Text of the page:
Code Review

Posted on November 11, 2012. Filed under: java/j2EE |


Code review can be simply conducted by searching for keywords that reveals complexity in the code. For example, the following linux command recursively searches files in the current directory and subdirectories for keywords “todo”, “fixme”, “xxx”, once found, print the line with the line number in the file:

grep -r -i -n “todo\|fixme\|xxx\|important” .

The equivelant command in windows is:

findstr /S /I /N /C:”todo fixme xxx” /D:. *

Eclipse automatically do the keyword search for us, it searches keywords “TODO”, “FIXME” and “XXX” in the comments string and put the corresponding findings in the Tasks View. To configure Tasks View, go to Windows -> Preference -> Java -> Compiler -> Task.

Code review can also be conducted by using automated static analysis tools such as FindBugs, which is capable of identifying common security defects automatically. Developers should have these static analysis tools running  with their IDE. Before they check in any code into the version control system, they should use the static analysis tool to find any security issues in their code. Additionally, the static analysis tool should be integrated into the automated build system such as Ant and Maven.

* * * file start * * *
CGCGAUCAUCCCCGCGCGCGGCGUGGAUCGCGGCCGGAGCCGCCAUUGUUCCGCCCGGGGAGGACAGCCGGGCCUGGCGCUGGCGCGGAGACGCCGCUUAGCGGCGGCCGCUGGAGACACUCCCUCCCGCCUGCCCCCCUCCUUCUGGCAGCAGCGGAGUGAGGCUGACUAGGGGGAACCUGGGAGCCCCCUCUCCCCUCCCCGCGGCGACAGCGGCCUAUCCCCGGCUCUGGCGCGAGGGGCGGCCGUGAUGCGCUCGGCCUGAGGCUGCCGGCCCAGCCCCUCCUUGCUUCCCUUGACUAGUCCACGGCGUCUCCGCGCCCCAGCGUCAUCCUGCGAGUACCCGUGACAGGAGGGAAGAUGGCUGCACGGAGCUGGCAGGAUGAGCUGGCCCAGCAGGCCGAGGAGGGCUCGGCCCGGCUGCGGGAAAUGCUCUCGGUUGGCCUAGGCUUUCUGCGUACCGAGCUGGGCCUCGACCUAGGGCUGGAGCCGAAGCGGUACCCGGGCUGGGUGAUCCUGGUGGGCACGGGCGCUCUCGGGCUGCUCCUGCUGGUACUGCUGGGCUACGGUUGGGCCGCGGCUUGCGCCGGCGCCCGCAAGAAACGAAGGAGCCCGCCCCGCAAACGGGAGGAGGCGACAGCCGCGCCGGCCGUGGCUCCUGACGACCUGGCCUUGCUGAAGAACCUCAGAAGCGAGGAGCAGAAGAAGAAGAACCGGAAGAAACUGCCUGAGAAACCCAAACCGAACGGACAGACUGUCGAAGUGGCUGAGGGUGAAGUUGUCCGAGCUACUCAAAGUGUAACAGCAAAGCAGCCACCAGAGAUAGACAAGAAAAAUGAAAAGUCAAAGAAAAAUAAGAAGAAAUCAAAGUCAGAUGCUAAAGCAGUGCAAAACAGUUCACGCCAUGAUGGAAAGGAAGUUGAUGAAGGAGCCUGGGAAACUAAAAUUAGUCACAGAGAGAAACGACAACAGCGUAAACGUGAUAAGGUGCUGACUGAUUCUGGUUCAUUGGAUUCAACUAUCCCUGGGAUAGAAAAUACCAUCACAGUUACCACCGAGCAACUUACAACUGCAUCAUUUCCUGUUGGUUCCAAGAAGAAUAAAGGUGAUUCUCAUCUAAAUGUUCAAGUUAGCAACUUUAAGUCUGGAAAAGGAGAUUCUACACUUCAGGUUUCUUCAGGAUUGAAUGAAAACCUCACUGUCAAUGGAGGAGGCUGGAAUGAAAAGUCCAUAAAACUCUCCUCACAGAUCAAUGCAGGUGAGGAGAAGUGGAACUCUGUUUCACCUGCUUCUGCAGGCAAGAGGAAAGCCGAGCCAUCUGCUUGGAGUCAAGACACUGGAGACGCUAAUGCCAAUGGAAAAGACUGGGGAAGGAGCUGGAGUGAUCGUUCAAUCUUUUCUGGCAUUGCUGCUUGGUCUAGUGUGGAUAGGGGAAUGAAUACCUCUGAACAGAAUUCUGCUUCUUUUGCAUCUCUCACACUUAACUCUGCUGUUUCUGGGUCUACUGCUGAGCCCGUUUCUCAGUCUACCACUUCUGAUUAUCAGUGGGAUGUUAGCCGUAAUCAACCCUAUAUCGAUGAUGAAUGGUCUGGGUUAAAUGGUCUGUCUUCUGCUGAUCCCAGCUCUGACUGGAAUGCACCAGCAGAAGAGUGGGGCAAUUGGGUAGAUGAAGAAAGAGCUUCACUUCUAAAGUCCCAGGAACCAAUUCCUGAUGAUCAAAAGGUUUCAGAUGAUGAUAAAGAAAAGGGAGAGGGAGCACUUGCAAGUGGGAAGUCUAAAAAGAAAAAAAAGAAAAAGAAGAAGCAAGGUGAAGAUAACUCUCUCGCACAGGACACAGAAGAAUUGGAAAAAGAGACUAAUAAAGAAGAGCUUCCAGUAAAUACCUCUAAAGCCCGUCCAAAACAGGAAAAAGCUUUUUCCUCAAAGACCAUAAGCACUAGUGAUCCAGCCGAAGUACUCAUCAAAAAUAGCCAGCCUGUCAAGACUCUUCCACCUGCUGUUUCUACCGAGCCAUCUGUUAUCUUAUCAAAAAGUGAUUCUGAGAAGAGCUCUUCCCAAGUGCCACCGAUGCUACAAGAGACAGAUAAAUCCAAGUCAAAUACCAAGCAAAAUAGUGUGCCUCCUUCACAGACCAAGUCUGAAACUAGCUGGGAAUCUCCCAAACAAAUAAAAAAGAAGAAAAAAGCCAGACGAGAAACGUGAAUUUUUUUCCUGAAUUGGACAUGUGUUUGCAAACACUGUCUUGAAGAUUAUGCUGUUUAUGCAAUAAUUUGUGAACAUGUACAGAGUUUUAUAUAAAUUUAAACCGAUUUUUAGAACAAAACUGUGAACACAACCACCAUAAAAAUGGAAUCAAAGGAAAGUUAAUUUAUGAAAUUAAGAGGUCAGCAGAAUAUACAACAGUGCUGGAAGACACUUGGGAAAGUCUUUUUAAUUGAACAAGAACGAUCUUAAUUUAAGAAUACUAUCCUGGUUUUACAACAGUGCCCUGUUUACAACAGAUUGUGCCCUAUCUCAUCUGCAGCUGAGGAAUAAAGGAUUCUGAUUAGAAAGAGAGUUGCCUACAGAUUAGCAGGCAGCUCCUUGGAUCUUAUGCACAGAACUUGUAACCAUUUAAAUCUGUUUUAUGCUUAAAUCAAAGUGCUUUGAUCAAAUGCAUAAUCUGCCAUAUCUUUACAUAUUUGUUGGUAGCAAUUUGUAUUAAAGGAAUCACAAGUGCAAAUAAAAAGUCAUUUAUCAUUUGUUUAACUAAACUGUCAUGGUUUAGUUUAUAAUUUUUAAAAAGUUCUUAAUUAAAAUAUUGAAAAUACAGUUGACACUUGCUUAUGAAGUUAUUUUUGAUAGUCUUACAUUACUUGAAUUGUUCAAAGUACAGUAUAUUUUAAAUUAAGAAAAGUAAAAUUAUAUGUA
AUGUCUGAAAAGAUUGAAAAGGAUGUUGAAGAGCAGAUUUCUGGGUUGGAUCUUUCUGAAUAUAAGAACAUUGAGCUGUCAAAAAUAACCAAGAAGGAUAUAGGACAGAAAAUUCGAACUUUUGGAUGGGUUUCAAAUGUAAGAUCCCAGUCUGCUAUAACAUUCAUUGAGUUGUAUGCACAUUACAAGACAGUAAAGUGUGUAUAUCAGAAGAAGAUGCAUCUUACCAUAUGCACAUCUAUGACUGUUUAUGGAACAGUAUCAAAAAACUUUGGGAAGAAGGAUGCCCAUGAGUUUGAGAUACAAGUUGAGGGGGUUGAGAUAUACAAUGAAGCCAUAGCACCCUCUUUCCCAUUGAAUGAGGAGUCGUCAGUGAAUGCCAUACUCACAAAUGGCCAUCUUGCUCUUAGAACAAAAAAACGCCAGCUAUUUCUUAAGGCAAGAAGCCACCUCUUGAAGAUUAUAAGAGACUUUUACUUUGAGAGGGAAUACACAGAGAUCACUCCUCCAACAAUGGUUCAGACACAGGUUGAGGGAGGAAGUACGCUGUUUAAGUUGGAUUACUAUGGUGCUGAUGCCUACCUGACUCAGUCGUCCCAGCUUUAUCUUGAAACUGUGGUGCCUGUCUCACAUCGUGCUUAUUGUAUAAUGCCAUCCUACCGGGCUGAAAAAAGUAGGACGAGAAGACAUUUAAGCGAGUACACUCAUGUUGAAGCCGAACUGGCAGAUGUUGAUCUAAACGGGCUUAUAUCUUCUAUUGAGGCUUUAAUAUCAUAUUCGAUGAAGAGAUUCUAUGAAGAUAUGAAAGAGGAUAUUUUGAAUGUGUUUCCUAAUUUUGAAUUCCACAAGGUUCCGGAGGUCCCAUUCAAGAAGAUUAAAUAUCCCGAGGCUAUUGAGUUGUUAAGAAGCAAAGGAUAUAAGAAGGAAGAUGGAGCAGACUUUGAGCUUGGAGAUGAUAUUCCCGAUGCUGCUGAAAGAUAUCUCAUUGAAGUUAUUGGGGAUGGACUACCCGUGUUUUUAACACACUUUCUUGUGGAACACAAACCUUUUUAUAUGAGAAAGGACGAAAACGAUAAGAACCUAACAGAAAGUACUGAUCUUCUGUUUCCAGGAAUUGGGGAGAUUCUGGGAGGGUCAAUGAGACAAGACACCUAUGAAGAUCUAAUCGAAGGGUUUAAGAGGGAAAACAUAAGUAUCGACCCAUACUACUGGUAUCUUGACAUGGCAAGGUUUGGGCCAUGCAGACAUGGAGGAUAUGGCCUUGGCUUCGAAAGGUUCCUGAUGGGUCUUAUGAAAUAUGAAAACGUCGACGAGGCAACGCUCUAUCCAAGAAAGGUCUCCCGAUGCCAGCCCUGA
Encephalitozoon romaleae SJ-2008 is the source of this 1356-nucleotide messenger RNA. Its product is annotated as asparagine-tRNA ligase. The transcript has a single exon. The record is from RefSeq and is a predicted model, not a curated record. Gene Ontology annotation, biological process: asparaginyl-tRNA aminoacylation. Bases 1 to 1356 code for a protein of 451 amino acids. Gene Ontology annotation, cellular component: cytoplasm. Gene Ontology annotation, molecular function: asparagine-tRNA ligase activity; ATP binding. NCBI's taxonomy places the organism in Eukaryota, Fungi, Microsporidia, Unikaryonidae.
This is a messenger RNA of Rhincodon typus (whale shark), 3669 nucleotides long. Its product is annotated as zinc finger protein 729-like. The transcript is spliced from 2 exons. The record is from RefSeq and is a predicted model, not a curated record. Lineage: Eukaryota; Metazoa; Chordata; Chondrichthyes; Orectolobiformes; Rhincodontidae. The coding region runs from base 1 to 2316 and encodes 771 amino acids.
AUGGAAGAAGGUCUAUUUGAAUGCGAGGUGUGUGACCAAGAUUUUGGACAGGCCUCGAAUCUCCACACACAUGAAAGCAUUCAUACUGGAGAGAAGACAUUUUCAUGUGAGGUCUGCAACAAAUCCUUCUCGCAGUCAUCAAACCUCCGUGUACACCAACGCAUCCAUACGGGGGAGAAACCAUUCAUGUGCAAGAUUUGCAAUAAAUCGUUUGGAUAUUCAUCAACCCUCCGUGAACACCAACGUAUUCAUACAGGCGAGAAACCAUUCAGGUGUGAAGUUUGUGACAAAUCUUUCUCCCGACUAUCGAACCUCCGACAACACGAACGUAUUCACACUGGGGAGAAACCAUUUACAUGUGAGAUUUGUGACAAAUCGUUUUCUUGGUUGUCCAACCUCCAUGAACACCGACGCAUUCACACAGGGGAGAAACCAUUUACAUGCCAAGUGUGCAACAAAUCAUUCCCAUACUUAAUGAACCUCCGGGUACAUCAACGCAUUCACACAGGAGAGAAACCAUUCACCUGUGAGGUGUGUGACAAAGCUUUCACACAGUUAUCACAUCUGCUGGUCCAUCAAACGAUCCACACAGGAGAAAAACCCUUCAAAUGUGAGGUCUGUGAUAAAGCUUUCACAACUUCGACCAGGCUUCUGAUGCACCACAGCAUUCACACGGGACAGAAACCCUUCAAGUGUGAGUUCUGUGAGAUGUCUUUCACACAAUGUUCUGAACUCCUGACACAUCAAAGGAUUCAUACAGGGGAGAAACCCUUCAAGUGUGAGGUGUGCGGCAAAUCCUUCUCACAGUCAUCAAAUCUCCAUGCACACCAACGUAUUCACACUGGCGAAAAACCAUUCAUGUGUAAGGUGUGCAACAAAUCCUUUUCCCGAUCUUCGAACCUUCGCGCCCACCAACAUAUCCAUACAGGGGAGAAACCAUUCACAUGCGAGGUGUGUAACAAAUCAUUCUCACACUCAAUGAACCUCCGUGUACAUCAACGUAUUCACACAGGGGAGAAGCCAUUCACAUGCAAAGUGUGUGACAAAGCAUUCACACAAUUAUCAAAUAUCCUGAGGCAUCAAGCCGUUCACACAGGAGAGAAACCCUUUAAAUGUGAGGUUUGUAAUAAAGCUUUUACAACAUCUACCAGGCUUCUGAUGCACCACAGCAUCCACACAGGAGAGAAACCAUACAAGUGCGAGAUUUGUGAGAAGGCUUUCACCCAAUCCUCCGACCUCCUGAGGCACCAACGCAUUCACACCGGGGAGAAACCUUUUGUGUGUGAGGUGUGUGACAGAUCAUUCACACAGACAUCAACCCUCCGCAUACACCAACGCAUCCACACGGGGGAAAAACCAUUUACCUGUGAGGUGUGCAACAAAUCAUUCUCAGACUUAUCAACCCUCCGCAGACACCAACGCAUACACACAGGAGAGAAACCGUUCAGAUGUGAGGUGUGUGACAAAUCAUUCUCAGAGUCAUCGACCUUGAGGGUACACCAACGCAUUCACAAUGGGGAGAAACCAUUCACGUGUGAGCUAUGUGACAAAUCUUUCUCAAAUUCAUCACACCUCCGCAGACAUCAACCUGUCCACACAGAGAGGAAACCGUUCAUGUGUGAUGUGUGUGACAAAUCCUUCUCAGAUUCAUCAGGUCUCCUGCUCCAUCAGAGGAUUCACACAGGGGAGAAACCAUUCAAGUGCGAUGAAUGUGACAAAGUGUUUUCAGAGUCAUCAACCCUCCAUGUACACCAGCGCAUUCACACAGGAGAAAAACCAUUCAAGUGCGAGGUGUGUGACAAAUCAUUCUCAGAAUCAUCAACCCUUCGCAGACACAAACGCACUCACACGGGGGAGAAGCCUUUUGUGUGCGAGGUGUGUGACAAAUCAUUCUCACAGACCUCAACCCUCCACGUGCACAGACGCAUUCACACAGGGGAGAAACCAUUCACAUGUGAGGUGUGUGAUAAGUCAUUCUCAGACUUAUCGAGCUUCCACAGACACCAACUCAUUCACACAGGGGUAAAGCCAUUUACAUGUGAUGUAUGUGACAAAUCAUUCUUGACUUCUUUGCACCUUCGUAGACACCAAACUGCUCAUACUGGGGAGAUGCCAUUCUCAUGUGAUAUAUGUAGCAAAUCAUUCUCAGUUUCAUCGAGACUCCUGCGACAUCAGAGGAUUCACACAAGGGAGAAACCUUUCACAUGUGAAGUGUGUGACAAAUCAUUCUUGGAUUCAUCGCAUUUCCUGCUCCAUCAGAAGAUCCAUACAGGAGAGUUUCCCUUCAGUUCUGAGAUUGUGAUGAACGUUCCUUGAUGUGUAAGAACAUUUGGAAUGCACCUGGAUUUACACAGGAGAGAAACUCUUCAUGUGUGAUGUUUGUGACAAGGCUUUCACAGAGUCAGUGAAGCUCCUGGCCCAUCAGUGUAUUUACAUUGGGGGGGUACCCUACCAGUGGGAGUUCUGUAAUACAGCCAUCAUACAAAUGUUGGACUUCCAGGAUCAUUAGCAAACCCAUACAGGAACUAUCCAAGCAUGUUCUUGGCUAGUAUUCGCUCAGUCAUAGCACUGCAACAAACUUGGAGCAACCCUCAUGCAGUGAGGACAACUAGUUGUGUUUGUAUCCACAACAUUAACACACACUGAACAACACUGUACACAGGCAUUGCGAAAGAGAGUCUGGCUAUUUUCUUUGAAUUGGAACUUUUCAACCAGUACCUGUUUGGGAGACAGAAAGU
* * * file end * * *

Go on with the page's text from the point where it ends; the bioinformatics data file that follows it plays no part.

Like any tools, the static analysis tool can automate and optimize the code review process but cannot replace skilled human reviewer. The tools find many false positives and the false negatives, they also cannot find flaws associated with architecture and security requirements.

Both development team and security team should conduct code review. The best way is to have development team runs static analysis tool regally  in order to find easy to fix security bugs; while have the security team manually review the code with the help of static analysis tools less frequently, in order to find harder to detect security flaws and high-level security concerns. At minimum, the security team should conduct a thorough code review for every major release.


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